Plan now to attend the 49th Atlantic Seminar in Theological Education!
When: June 11 - 16, 2017
Where: Dalhousie Agricultural Campus, Truro, Nova Scotia, Canada (tentative)
Theme: The Spirituality of Pop-Culture
'Culture' has been defined as the system of shared beliefs, values, customs, behaviors and artifacts that the members of society use to cope with their world and with one another.
Pop-culture has emerged in the past 70 years as one of the biggest influences on world-view. The turmoil of the 1960s launched a time of exploration both without and within. As people were exposed to the shifting priorities around them, they continued to search for 'truth' and meaning, and the claim was to be 'spiritual but not religious'.
Although religion and pop-culture may seem to be polar opposites, the two may indeed be competing sources from which contemporary society is shaping its sense of identity. Fans of any media ( film, television, Facebook, book series, etc) feel and act in a similar way to those having a religious commitment. We might say that religion pertains to the realm of ultimate meaning while pop-culture pertains to that which entertains and amuses us, however, if we look closer, religious themes and symbols are used liberally in pop-culture.
"If we react only to certain elements…without understanding the context within which the contents have meaning…we have not really understood the popular cultural context. We must see what is trying to be said through such images without necessarily approving of the way they are used." ( Ted Turnau 'Popologetics: Popular Culture in Christian Perspective)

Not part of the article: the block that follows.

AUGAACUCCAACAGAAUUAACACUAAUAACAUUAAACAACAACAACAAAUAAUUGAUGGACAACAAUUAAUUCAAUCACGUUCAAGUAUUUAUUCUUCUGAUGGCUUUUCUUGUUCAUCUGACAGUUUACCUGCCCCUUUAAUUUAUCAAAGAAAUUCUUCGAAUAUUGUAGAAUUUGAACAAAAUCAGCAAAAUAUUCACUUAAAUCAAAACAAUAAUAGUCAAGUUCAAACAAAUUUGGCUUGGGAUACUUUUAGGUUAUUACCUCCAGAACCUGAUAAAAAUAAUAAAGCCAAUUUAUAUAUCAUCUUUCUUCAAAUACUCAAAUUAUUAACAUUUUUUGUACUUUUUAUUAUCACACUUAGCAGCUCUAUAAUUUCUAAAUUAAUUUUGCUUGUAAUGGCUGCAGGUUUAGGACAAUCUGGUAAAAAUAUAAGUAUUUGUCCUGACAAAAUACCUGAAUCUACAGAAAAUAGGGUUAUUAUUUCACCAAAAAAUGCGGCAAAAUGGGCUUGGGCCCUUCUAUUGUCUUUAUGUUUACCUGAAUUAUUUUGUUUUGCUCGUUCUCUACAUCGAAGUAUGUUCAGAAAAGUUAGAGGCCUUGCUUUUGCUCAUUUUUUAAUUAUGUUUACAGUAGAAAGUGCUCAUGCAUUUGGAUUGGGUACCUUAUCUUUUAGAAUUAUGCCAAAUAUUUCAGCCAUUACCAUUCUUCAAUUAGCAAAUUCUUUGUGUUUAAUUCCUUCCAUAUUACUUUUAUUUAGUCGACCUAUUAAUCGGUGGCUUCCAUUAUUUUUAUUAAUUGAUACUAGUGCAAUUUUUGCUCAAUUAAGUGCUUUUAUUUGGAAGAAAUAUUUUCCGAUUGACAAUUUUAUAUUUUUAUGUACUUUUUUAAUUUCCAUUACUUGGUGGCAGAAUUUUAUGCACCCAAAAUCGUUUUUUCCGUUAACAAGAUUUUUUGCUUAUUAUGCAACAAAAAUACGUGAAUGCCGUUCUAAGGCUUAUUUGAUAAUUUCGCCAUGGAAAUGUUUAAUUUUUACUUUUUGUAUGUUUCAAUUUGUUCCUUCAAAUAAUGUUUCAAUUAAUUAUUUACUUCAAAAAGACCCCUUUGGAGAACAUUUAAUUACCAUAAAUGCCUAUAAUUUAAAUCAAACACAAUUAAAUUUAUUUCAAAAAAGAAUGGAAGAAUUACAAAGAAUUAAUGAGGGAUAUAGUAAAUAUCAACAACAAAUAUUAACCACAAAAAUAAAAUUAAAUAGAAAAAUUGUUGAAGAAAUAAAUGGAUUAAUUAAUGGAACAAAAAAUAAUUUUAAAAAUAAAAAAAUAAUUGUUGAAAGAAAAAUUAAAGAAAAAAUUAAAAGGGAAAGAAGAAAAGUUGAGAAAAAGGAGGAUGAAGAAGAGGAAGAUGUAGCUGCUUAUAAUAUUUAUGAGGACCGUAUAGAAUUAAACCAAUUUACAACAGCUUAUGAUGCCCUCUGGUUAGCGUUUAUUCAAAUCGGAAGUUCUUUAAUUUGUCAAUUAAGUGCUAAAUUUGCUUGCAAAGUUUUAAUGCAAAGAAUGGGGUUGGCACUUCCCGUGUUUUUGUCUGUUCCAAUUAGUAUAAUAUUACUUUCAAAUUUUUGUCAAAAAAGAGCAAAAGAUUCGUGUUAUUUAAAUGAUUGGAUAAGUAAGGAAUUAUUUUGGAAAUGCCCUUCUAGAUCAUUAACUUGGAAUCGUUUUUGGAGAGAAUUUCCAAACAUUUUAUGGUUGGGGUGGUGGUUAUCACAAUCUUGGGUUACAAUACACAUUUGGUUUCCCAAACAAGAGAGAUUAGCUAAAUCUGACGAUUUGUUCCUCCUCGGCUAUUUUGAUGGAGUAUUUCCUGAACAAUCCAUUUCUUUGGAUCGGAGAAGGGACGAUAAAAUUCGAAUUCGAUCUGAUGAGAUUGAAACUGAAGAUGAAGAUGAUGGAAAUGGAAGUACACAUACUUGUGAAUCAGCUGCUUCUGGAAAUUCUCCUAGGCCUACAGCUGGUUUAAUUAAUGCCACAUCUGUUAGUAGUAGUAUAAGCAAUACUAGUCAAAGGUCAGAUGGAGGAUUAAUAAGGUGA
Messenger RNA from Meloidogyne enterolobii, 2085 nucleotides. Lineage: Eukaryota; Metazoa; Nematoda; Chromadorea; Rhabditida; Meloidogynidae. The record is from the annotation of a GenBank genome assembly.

What can pop-culture teach us about faith and spirituality? How is our faith nurtured outside the traditional church? With what guidelines does the church evaluate pop-culture? Does religion compete with pop-culture to define moral and ethical behavior?
Popular culture is both a powerful and widespread influence, a touchstone for our deepest desires and aspirations. Contemporary studies on mass culture accept that popular culture forms do respond to widespread needs of the public. What are the spiritual/religious needs of the contemporary person and how are those needs being met by the church?
Is the church hoping that people will 'wake up' and return to church, or can the church wake up and listen to what pop-culture has to say to the church? Can we afford not to listen?
Join us as we explore this topic with our guest lecturers Jennifer Porter and David Bruce and with each other.
Worship Leader: TBA
The seminar is structured in such a way that participants do not need to pay for or attend full time. There are 3 cost structures available and walk-ins are welcome, though space cannot be guaranteed.
Tax is included in all costs.
* Cost per lecture $35.00 ($280.00/week); Registrant is responsible for own meals.
For full-time students and those over 65, pricing is $150/week (or $25/lecture).
PLEASE NOTE: Monday's worship will be from 8:45 - 9:15. First lecture begins at 9:30, followed by a refeshment break.
Small group time begins at 10:45, allowing 15 minutes for orientation and discussion.
Space cannot be guaranteed to late registrants or "walk-ins".
No reimbursement on room and meals not taken.
Only pre-purchased meal cards are accepted at the cafeteria. (See options above.)
Meal Cards are NOT transferable.
Thank you for complying with our "NO SCENTS" policy.